By Doug Ferguson, AP Golf Writer
RIDGELAND, S.C. (AP) — Aside from hoisting the Wanamaker Trophy at Southern Hills, perhaps the coolest memory of the year for PGA champion Justin Thomas can be described by the strictest standard as a failure.
Two weeks before the Major League Baseball lockout ended, Thomas took batting practice at a Cressey Sports Performance facility in Palm Beach Gardens, Florida. It lasted all of three pitches, and Thomas never came close to making contact.
No shame there. On the mound was Max Scherzer of the New York Mets.
“I told my buddies whenever he pitched this year and had a great outing, ‘Dude, I totally understand where they’re coming from. He’s a hard guy to hit,’” Thomas said with a laugh.
He still has the video — a very short video — on his phone. The mystery is why Thomas hasn’t posted it to any of his social media accounts. He takes two athletic cuts on a fastball, and then Scherzer threw a breaking ball that had him lunging.
This came about through his relationship with Paul Goldschmidt of the St. Louis Cardinals (both work with trainer Kolby Tullier) and Anthony Rizzo of the Yankees, with whom Thomas has become friends.
This was the extent of my baseball career. My stats are 0-1 against Max Scherzer. Did this back in March and still one of the coolest things I’ve ever done. I think I missed his breaking ball by 2 feet 😂 I want a rematch!!!! https://t.co/y4YJCSFxou
— Justin Thomas (@JustinThomas34) October 25, 2022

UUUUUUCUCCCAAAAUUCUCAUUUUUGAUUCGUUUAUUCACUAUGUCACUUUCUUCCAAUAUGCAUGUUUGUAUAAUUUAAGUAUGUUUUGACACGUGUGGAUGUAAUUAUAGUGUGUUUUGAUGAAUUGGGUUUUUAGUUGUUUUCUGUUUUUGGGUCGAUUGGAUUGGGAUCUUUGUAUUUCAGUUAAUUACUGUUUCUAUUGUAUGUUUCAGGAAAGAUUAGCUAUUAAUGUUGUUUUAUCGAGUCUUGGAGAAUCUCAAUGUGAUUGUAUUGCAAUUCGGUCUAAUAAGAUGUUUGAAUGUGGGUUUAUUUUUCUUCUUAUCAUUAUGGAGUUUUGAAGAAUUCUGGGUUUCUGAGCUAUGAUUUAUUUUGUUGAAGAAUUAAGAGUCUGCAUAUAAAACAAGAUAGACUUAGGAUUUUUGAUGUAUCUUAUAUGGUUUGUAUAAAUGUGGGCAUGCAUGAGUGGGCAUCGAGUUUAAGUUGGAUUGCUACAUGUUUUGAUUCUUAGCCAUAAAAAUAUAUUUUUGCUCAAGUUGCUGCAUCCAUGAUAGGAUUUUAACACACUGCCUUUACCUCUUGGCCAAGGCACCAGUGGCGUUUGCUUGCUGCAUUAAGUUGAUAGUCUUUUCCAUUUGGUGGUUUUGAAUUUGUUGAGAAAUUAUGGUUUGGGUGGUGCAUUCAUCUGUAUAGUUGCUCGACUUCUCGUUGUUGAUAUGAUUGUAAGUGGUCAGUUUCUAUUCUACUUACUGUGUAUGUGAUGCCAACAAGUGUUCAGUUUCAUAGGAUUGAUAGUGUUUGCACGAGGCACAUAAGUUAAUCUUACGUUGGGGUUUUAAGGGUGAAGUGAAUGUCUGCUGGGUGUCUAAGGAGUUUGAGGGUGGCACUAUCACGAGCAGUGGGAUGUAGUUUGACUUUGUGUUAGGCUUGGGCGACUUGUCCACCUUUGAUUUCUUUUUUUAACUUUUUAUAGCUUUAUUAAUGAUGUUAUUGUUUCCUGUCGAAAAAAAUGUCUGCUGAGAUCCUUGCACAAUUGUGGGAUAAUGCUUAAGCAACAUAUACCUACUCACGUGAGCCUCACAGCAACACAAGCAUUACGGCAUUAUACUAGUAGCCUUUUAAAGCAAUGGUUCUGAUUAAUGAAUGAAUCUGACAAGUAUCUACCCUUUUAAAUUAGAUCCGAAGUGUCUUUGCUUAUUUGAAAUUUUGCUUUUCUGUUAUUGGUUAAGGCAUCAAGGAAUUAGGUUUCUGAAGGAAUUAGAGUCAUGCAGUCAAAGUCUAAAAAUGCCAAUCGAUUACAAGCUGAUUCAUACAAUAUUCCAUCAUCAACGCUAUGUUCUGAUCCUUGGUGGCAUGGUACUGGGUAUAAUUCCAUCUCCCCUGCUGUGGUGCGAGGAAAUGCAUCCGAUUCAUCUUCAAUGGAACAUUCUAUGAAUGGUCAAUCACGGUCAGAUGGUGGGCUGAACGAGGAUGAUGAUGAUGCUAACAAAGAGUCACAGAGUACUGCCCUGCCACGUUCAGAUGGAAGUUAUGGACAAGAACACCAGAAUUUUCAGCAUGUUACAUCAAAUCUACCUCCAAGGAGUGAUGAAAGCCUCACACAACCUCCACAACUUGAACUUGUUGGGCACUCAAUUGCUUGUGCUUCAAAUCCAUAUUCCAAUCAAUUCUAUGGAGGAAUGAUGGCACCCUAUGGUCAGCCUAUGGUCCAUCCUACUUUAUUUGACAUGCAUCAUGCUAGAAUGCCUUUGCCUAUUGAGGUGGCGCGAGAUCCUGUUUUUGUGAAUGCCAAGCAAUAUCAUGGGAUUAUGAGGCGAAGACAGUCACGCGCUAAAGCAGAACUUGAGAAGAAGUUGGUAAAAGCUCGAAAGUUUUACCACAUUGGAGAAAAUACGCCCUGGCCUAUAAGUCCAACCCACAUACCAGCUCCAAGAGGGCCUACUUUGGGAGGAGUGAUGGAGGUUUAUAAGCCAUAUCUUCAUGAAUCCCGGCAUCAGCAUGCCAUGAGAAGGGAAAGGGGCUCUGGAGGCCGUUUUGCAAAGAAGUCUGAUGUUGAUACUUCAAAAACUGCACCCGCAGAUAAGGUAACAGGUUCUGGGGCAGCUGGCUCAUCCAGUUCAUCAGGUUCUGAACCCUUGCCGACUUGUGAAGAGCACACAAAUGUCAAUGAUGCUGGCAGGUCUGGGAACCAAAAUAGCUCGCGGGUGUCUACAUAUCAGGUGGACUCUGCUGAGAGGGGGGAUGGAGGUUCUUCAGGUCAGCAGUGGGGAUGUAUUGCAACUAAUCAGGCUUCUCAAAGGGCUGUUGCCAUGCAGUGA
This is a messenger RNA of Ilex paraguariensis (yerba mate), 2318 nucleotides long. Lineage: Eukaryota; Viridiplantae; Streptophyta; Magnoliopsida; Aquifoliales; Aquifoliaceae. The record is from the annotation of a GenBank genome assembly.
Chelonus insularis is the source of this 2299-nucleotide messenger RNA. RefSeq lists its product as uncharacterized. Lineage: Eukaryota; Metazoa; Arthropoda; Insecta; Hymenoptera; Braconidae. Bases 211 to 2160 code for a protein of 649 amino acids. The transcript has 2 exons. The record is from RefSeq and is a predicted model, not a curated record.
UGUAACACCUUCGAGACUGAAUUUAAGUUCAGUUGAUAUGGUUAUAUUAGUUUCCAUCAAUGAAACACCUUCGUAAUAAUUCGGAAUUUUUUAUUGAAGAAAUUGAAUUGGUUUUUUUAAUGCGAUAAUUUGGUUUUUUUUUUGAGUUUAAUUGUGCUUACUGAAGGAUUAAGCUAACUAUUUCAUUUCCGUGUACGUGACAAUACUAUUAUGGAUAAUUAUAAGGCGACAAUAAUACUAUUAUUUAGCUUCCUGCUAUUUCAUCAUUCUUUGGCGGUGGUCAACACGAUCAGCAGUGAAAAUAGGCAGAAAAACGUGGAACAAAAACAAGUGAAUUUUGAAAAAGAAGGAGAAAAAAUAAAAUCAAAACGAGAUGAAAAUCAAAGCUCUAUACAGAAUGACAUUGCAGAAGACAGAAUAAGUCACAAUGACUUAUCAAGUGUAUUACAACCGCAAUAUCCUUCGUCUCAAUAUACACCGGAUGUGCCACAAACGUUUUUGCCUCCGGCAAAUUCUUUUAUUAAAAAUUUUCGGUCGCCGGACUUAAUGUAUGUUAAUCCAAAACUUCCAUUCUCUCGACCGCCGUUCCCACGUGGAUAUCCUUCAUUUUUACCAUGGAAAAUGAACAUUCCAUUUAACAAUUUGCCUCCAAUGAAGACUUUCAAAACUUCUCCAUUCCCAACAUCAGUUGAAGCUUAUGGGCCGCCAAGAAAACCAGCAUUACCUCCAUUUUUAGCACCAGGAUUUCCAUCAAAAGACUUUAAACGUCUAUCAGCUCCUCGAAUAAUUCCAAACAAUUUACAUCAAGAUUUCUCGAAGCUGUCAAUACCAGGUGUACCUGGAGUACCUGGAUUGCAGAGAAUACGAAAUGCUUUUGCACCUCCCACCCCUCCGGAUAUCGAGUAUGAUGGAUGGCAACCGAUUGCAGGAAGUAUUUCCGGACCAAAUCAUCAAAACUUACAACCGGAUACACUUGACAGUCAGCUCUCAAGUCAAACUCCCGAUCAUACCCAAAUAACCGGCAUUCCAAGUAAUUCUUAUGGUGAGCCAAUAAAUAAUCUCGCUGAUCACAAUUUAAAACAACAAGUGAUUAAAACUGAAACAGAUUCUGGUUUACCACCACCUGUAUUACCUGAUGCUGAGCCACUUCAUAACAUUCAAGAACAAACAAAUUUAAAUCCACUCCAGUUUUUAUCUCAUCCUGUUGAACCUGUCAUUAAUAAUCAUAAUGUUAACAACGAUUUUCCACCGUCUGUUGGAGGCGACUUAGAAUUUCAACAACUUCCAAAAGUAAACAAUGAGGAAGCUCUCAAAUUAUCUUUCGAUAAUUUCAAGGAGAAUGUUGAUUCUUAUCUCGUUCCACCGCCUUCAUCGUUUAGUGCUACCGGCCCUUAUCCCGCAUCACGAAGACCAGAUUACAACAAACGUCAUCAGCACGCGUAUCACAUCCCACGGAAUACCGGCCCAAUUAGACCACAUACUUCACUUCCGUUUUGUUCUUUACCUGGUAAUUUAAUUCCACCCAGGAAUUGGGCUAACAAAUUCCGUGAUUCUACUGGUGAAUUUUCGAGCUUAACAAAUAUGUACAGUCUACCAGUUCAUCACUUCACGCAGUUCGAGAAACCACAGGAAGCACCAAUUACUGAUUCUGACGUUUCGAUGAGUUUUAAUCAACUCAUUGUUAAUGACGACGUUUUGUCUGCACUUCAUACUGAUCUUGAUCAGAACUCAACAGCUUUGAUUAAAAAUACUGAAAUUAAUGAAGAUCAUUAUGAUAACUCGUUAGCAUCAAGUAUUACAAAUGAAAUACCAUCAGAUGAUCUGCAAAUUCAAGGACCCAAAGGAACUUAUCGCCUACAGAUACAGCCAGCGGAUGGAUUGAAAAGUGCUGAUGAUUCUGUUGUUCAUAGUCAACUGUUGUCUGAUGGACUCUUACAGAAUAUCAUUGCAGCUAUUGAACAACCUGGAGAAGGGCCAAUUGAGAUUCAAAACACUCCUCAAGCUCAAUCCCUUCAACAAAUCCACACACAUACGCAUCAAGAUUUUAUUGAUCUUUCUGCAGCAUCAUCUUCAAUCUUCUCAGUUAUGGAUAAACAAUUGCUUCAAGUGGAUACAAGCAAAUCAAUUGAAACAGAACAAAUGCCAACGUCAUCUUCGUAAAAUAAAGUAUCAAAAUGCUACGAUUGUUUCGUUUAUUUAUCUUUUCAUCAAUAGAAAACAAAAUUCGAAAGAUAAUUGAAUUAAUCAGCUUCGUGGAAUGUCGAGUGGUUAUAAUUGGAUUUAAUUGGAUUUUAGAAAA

“Goldy had been wanting me to take BP with him, and it just never worked out,” Thomas said.
But he had two weeks off following the West Coast Swing. A group of of baseball players trying to stay sharp during the lockout were training at Cressey. Thomas wasn’t playing a tournament that week and Goldschmidt asked him to come along.
“The pitchers were trying to stay fresh,” Thomas said, and by pitchers he was referring to the likes of Houston Astros ace Justin Verlander and Michael Wacha of the Red Sox.
“They had a routine and Scherzer was pitching a couple of innings and one of the guys said, ‘Do you want to stand in on Scherzer?’ And I was like, ‘Not really, to be honest with you,’” Thomas said. “I didn’t want to get hit.”
He was assured that Scherzer had more control with a baseball from 60 feet, 6 inches than Thomas did with a driver.
“They were giving me a hard time. ‘Don’t take the first pitch. You’ve got to swing,’” Thomas said. “So I stood in there. Swing. Swing. And then he threw a breaking ball on the last one and I think I missed it by 2 yards.”
Thomas said a radar gun on site had the fastballs clocked at 93 mph.
“It’s one of the coolest things I’ve ever done,” he said. “I wanted to make sure I wasn’t getting in the way. They were preparing. I would have loved to stay there and done more, but someone else was up. So I had my three strikes and went to the side. As soon as I struck out, everyone was like, ‘That’s all right. We’ve been there.’”
The only thing left is for Thomas to share the video. He doesn’t know why he hasn’t posted it and said he might at some point. It’s getting late in the year.